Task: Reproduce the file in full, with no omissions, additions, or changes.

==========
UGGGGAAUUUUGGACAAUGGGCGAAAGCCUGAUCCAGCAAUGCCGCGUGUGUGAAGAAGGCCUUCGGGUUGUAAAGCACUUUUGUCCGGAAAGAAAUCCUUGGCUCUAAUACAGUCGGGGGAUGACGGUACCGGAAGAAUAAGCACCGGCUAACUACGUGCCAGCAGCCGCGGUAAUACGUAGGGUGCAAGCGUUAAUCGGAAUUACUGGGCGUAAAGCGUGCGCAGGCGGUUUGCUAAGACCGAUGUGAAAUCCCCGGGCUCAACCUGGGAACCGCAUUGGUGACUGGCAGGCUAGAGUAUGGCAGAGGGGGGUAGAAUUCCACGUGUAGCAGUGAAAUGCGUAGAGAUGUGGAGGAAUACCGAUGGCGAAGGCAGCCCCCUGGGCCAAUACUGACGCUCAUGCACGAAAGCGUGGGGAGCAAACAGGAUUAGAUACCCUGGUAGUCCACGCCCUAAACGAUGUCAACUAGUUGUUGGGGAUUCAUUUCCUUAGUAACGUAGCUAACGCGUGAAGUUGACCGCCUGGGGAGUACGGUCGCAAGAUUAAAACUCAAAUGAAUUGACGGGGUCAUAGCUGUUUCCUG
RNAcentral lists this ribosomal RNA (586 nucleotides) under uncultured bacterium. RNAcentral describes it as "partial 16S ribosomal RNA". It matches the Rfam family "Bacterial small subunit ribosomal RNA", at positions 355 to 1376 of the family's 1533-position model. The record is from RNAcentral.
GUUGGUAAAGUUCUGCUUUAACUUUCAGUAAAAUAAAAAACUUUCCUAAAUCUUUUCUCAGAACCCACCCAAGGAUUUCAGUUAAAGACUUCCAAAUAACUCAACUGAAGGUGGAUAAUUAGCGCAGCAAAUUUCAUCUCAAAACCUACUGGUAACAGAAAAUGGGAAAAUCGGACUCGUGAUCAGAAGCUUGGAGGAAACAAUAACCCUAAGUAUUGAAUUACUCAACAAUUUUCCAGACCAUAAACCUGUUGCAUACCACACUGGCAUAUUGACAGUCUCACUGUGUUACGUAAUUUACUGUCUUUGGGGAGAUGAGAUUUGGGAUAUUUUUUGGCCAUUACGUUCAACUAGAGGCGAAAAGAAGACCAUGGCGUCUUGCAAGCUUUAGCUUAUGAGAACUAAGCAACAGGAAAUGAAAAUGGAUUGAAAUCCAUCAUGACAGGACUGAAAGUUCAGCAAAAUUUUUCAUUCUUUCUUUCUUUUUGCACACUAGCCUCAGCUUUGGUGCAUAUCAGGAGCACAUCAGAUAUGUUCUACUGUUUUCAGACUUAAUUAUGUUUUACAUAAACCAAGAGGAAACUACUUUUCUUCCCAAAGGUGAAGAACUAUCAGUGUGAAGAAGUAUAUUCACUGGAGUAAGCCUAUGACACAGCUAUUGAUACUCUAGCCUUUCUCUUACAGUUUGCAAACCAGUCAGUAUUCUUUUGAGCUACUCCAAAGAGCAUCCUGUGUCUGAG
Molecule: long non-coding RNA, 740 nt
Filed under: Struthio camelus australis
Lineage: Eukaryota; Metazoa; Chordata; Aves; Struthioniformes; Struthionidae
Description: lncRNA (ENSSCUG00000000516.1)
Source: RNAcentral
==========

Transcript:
UGGGGAAUUUUGGACAAUGGGCGAAAGCCUGAUCCAGCAAUGCCGCGUGUGUGAAGAAGGCCUUCGGGUUGUAAAGCACUUUUGUCCGGAAAGAAAUCCUUGGCUCUAAUACAGUCGGGGGAUGACGGUACCGGAAGAAUAAGCACCGGCUAACUACGUGCCAGCAGCCGCGGUAAUACGUAGGGUGCAAGCGUUAAUCGGAAUUACUGGGCGUAAAGCGUGCGCAGGCGGUUUGCUAAGACCGAUGUGAAAUCCCCGGGCUCAACCUGGGAACCGCAUUGGUGACUGGCAGGCUAGAGUAUGGCAGAGGGGGGUAGAAUUCCACGUGUAGCAGUGAAAUGCGUAGAGAUGUGGAGGAAUACCGAUGGCGAAGGCAGCCCCCUGGGCCAAUACUGACGCUCAUGCACGAAAGCGUGGGGAGCAAACAGGAUUAGAUACCCUGGUAGUCCACGCCCUAAACGAUGUCAACUAGUUGUUGGGGAUUCAUUUCCUUAGUAACGUAGCUAACGCGUGAAGUUGACCGCCUGGGGAGUACGGUCGCAAGAUUAAAACUCAAAUGAAUUGACGGGGUCAUAGCUGUUUCCUG
RNAcentral lists this ribosomal RNA (586 nucleotides) under uncultured bacterium. RNAcentral describes it as "partial 16S ribosomal RNA". It matches the Rfam family "Bacterial small subunit ribosomal RNA", at positions 355 to 1376 of the family's 1533-position model. The record is from RNAcentral.
GUUGGUAAAGUUCUGCUUUAACUUUCAGUAAAAUAAAAAACUUUCCUAAAUCUUUUCUCAGAACCCACCCAAGGAUUUCAGUUAAAGACUUCCAAAUAACUCAACUGAAGGUGGAUAAUUAGCGCAGCAAAUUUCAUCUCAAAACCUACUGGUAACAGAAAAUGGGAAAAUCGGACUCGUGAUCAGAAGCUUGGAGGAAACAAUAACCCUAAGUAUUGAAUUACUCAACAAUUUUCCAGACCAUAAACCUGUUGCAUACCACACUGGCAUAUUGACAGUCUCACUGUGUUACGUAAUUUACUGUCUUUGGGGAGAUGAGAUUUGGGAUAUUUUUUGGCCAUUACGUUCAACUAGAGGCGAAAAGAAGACCAUGGCGUCUUGCAAGCUUUAGCUUAUGAGAACUAAGCAACAGGAAAUGAAAAUGGAUUGAAAUCCAUCAUGACAGGACUGAAAGUUCAGCAAAAUUUUUCAUUCUUUCUUUCUUUUUGCACACUAGCCUCAGCUUUGGUGCAUAUCAGGAGCACAUCAGAUAUGUUCUACUGUUUUCAGACUUAAUUAUGUUUUACAUAAACCAAGAGGAAACUACUUUUCUUCCCAAAGGUGAAGAACUAUCAGUGUGAAGAAGUAUAUUCACUGGAGUAAGCCUAUGACACAGCUAUUGAUACUCUAGCCUUUCUCUUACAGUUUGCAAACCAGUCAGUAUUCUUUUGAGCUACUCCAAAGAGCAUCCUGUGUCUGAG
Molecule: long non-coding RNA, 740 nt
Filed under: Struthio camelus australis
Lineage: Eukaryota; Metazoa; Chordata; Aves; Struthioniformes; Struthionidae
Description: lncRNA (ENSSCUG00000000516.1)
Source: RNAcentral